8 January 2019 • Helen Kopnina
Democracy and environment: from ‘yellow vests’ to ‘extinction rebellion’
Optimists see democracy as a panacea for ecological evils, a vehicle for positive change. Pessimists are not so sure. Can democratic governments solve environmental problems, ranging form climate change to biodiversity loss? Will citizens all agree on what the “good” is? Will they elect governments that will be able to stop climate change and halt biodiversity loss?
Let’s look at recent events. From November 2018, in France, the Gilets Jaunes (yellow vests), the protestors wearing the yellow vests were blocking the roads. From October 2018 in England, Extinction Rebellion members were also blocking the roads. These road blockers have very different messages.
Gilets Jaunes movement started with the decision of the French President Macron to introduce a tax on fossil fuel. Initially, the protest was associated with a group of lower middle-class car owners protesting against what they felt would push their budgets over the edge. A few charters have been put out by Gilets Jaunes, eliding with social justice questions about who pays “sustainability bills”. There is a deeper mistrust and dissatisfaction with the government, with some contradictory demands. While they are diverse, when interviewed, many protestors gave their identity as “drivers” who demand the government to take the hands off their cars.
Extinction Rebellion, on the other hand, is engaged in civil disobedience intended to force action by the British government on climate as well biodiversity loss and extinction of species. Extinction Rebellion attempts to make action on climate change the forefront of the political agenda. Using the strategy of non-violent direct action, Extinction Rebellion demands that both the government and the public take responsibility for the expansion of industry and agriculture that harms the environment.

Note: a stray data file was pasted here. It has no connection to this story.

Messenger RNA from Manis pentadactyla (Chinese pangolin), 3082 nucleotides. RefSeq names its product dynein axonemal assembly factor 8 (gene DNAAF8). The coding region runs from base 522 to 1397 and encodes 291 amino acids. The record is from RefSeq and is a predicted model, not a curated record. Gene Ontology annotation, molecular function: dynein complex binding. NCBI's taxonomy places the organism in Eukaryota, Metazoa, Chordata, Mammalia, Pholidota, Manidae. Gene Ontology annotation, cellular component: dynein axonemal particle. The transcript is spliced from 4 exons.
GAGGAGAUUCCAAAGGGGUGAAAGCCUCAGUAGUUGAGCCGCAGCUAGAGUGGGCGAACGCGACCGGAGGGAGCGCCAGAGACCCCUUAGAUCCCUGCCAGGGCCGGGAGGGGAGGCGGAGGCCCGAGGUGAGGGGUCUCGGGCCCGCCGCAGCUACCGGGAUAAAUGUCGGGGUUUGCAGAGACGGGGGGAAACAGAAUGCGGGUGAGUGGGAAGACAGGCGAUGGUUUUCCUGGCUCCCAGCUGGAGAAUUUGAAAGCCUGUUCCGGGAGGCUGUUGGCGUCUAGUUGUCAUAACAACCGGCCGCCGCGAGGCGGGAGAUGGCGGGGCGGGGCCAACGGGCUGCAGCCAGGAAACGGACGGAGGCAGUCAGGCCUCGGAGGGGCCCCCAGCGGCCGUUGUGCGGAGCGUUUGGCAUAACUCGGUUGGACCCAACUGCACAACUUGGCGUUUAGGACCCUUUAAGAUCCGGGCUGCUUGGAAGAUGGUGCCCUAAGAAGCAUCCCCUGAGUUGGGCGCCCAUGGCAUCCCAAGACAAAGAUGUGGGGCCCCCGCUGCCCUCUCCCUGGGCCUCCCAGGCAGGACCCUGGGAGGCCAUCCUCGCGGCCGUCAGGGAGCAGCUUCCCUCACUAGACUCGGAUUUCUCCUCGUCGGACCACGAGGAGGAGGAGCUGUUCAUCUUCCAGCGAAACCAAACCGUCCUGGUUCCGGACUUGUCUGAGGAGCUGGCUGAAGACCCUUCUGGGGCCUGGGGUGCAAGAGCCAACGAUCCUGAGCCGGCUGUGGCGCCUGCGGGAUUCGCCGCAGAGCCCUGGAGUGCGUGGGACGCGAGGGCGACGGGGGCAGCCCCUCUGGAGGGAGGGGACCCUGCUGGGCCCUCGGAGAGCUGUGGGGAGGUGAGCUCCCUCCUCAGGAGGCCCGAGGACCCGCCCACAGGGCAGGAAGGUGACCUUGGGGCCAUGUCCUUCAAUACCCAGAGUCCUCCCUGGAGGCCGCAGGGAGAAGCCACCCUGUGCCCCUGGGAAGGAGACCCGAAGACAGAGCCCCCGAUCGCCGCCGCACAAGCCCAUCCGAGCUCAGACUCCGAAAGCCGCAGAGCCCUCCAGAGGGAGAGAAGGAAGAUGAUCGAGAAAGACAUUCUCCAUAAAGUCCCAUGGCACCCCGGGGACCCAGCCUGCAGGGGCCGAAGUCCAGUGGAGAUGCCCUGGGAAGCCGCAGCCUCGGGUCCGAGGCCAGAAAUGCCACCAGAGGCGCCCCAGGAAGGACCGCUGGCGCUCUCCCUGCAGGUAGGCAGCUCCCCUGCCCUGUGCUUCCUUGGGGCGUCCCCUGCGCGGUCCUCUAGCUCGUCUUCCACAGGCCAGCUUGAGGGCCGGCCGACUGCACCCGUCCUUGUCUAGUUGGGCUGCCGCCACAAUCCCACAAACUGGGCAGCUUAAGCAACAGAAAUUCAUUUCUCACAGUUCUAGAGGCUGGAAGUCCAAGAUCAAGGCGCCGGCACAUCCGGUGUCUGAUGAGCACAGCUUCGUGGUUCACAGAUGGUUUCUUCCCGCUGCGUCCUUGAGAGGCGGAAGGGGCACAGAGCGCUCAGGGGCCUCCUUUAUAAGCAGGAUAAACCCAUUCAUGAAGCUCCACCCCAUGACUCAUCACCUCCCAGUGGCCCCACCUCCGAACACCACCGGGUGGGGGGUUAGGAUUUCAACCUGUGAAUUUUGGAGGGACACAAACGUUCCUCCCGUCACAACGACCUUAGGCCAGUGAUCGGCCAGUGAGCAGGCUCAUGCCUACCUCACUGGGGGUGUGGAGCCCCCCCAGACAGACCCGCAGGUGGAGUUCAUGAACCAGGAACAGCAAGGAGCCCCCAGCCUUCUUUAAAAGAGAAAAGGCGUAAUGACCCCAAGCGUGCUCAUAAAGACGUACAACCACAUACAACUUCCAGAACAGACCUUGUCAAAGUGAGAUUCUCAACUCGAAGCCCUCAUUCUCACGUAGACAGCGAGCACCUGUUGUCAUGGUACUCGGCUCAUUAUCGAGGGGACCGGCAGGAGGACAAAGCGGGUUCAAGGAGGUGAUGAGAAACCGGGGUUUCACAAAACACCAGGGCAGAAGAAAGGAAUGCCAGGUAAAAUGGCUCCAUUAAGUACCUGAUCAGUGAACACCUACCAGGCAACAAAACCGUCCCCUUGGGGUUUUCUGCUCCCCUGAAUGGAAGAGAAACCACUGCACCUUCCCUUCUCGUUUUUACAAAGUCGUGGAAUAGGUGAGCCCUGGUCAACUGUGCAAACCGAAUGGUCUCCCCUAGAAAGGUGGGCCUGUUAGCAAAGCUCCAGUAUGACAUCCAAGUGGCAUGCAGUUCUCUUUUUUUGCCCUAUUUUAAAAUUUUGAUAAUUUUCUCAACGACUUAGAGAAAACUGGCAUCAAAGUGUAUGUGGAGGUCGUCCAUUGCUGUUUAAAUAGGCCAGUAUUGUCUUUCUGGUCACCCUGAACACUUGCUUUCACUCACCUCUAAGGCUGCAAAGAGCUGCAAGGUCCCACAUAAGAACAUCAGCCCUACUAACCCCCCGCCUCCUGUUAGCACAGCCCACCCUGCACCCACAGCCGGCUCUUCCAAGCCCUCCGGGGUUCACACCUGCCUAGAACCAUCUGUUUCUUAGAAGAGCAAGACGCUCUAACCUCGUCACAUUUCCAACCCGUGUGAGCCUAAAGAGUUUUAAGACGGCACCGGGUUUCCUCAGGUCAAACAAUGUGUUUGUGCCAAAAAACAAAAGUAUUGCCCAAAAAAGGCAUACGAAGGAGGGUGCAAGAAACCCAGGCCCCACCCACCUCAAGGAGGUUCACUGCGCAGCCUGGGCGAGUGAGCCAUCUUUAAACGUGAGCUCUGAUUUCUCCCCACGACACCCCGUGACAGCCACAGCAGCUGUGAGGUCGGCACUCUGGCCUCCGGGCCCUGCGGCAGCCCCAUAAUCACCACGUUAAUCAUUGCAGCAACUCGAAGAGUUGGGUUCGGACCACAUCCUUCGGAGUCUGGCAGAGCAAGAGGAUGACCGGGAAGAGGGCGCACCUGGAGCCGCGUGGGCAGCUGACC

Like with the yellow vests, Extinction Rebellion’s “membership” shifts, they have no formal leaders, yet the movement members is spreading beyond the UK to the US, Germany, Netherlands, Belgium, Switzerland, and even Australia. Both movements have few concrete goals and genuinely practicable policies for attaining them. However, the ‘vests’ outnumber the ‘rebellion’ by thousands in all countries. What makes both groups angry is the fact that industrial groups (industrial lobbies, oil, transport, mining etc.) remain hidden but influential. The difference is that the ‘rebellion’ group recognizes that these corporate giants are fed by consumer demands and the ‘vests’ are angry that they grab most of the profits.
Some have argued that any politician wanting to start subtracting carbon costs from the national economy is still influenced by lobbies and funded by industries. What is perhaps most disturbing is not just the fact that democracies in real life are influenced by powerful industrial lobbies, but that even the most environmentally-conscious politician (if (s)he ever gets elected in the first place) may fail to push through reforms if they mean compromise to consumerist life-style.
Individual lifestyle change is part of the story but, on its own, it is too small to make a meaningful difference in sufficient time. Also, population growth and industrialization, which are the root cause of climate change, water depletion, soil erosion, habitat destruction and species extinctions, requires transnational multi-level governance that draws legitimacy from global ecologically informed and caring citizens.
We have just considered two European cities, not the world. It is unlikely that we can all agree on what the “good” is. For some, it is having a personal freedom to drive a car, for others it is a commitment to future generations of humans and nonhumans. For some (perhaps a majority?) the choice of “good” might be determined not as much by the images of melting ice but of bread and circus.
Underprivileged classes have a right to demand fair treatment. But, for even less privileged nonhumans, plants, animals and others, no vote determining the future of this planet will be held. Even if these billions of beings could speak our language, it is not likely that 7.5 billion people will ever consider their vote.
Having said that, the saying attributed to Churchill goes “Democracy is the worst form of government, except for all the others that have been tried before”. Maybe we should try again – and keep on trying.
Helen Kopnina is currently employed at The Hague University of Applied Science, coordinating Sustainable Business program and conducting research within three main areas: sustainability, environmental education and biological conservation.